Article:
Though Auguste Comte coined the term "sociology," the first book with the term sociology in its title was written in the mid-19th century by the English philosopher Herbert Spencer. Following Comte, Spencer created a synthetic philosophy that attempted to find a set of rules to explain everything in the universe, including social behavior.
Spencer's Synthetic Philosophy
Like Comte, Spencer saw in sociology the potential to unify the sciences, or to develop what he called a "synthetic philosophy. " He believed that the natural laws discovered by natural scientists were not limited to natural phenomena; these laws revealed an underlying order to the universe that could explain natural and social phenomena alike. According to Spencer's synthetic philosophy, the laws of nature applied to the organic realm as much as to the inorganic, and to the human mind as much as to the rest of creation. Even in his writings on ethics, he held that it was possible to discover laws of morality that had the same authority as laws of nature. This assumption led Spencer, like Comte, to adopt positivism as an approach to sociological investigation; the scientific method was best suited to uncover the laws he believed explained social life.
Spencer and Progress
But Spencer went beyond Comte, claiming that not only the scientific method, but scientific knowledge itself was universal. He believed that all natural laws could be reduced to one fundamental law, the law of evolution. Spencer posited that all structures in the universe developed from a simple, undifferentiated homogeneity to a complex, differentiated heterogeneity, while being accompanied by a process of greater integration of the differentiated parts. This evolutionary process could be found at work, Spencer believed, throughout the cosmos. It was a universal law, applying to the stars and the galaxies as much as to biological organisms, and to human social organization as much as to the human mind. Thus, Spencer's synthetic philosophy aimed to show that natural laws led inexorably to progress. He claimed all things—the physical world, the biological realm, and human society—underwent progressive development.
In a sense, Spencer's belief in progressive development echoed Comte's own theory of the three-stage development of society. However, writing after important developments in the field of biology, Spencer rejected the ideological assumptions of Comte's three-stage model and attempted to reformulate the theory of social progress in terms of evolutionary biology. Following this evolutionary logic, Spencer conceptualized society as a "social organism" that evolved from a simpler state to a more complex one, according to the universal law of evolution. This social evolution, he argued, exemplifed the universal evolutionary process from simple, undifferentiated homogeneity to complex, differentiated heterogeneity.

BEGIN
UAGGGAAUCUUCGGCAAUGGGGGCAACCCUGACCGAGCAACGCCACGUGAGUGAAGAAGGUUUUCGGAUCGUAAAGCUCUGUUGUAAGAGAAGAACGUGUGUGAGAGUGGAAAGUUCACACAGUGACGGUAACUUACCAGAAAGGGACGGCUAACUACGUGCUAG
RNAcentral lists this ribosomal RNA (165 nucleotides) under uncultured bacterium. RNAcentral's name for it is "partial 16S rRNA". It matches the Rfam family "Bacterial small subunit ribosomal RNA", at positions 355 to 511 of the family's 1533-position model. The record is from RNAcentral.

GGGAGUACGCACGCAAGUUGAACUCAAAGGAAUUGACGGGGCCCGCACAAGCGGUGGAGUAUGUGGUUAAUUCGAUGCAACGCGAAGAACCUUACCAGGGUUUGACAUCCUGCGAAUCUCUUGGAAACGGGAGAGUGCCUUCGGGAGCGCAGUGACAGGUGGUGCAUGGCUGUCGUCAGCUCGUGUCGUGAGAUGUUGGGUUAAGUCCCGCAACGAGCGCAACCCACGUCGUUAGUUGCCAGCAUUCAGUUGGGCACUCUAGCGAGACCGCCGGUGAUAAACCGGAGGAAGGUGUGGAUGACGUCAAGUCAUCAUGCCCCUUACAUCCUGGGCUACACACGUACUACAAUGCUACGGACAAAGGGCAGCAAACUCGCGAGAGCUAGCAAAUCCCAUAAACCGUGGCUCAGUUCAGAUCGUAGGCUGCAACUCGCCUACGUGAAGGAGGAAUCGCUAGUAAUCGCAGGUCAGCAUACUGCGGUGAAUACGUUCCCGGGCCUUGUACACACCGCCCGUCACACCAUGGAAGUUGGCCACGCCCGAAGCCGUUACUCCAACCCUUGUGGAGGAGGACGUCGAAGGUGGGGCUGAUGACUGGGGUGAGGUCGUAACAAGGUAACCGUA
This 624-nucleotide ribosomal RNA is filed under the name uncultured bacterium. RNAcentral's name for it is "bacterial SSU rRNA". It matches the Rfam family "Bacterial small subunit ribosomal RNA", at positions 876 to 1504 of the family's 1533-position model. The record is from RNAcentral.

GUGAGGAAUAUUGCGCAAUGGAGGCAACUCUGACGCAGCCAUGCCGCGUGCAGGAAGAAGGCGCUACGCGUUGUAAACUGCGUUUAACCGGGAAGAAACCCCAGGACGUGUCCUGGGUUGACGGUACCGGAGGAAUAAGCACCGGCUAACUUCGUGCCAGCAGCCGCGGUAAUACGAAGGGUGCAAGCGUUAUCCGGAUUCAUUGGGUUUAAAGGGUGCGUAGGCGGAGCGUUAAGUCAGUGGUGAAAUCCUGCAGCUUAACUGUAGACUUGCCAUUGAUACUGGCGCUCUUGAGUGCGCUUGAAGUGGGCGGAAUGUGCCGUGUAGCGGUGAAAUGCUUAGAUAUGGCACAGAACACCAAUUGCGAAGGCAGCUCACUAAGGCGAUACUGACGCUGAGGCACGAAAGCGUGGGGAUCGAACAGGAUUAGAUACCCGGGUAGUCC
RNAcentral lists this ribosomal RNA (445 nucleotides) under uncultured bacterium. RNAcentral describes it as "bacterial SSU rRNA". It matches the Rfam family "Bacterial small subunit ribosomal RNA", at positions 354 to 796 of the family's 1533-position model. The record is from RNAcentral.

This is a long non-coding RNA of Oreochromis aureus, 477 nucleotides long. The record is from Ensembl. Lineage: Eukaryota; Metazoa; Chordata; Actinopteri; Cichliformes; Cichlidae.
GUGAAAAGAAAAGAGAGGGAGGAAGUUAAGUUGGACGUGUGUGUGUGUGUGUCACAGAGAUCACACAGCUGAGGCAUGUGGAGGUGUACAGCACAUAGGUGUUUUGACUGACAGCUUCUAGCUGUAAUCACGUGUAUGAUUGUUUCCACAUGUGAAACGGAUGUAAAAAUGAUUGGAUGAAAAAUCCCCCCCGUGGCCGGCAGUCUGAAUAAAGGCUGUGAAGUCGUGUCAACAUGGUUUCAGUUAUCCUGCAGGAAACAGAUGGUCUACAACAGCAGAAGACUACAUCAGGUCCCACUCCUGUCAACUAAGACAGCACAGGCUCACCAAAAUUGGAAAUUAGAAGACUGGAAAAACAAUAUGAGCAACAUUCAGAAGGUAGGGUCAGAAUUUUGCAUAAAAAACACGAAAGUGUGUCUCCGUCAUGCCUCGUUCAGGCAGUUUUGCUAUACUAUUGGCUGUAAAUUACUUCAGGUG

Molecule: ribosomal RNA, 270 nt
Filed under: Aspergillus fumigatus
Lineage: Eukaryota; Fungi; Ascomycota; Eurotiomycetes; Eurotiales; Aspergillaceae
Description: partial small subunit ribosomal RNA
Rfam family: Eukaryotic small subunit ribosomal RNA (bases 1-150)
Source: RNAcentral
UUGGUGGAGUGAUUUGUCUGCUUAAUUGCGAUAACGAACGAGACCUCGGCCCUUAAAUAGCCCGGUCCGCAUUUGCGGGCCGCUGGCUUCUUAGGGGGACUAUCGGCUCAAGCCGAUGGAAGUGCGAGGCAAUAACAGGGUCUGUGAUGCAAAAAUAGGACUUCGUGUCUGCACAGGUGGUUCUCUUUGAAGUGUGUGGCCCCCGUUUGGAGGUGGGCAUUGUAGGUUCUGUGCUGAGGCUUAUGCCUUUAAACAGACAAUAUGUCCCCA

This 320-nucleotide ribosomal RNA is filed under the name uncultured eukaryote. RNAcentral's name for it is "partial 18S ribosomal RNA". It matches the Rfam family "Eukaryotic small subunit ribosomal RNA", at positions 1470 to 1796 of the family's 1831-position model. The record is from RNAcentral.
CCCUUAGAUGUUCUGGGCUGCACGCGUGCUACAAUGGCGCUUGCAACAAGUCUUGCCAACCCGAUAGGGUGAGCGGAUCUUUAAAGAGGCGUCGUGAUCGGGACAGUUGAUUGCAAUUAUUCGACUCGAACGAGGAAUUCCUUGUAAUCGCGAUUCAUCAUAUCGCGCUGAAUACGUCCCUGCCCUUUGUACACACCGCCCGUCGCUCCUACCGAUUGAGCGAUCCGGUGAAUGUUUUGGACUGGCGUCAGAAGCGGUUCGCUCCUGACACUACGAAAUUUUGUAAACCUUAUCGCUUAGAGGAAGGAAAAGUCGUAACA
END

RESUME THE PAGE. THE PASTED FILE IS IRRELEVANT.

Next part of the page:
As he elaborated the theory, he proposed two types of society: militant and industrial. Militant society, structured around relationships of hierarchy and obedience, was simple and undifferentiated. Industrial society, based on voluntary behavior and contractually assumed social obligations, was complex and differentiated. Spencer questioned whether the evolution of society would result in peaceful anarchism (as he had first believed) or whether it pointed to a continued role for the state, albeit one reduced to minimal functions—the enforcement of contracts and external defense. Spenser believed, as society evolved, the hierarchical and authoritarian institutions of militant society would become obsolete.
Spencer is perhaps best known for coining the term "survival of the fittest," later commonly termed "social Darwinism." But, popular belief to the contrary, Spencer did not merely appropriate and generalize Darwin's work on natural selection; Spencer only grudgingly incorporated Darwin's theory of natural selection into his preexisting synthetic philosophical system. Spencer's evolutionary ideas were based more directly on the evolutionary theory of Lamarck, who posited that organs are developed or diminished by use or disuse and that the resulting changes may be transmitted to future generations. Spencer believed that this evolutionary mechanism was necessary to explain 'higher' evolution, especially the social development of humanity. Moreover, in contrast to Darwin, Spencer held that evolution had a direction and an endpoint—the attainment of a final state of equilibrium. Evolution meant progress, improvement, and eventually perfection of the social organism.
Though Spencer is rightly credited with making a significant contribution to early sociology, his attempt to introduce evolutionary ideas into the realm of social science was ultimately unsuccessful. It was considered by many to be actively dangerous. Critics of Spencer's positivist synthetic philosophy argued that the social sciences were essentially different from the natural sciences and that the methods of the natural sciences—the search for universal laws was inappropriate for the study of human society.
Herbert Spencer built on Darwin's framework of evolution, extrapolating it to the spheres of ethics and society. This is why Spencer's theories are often called "social Darwinism."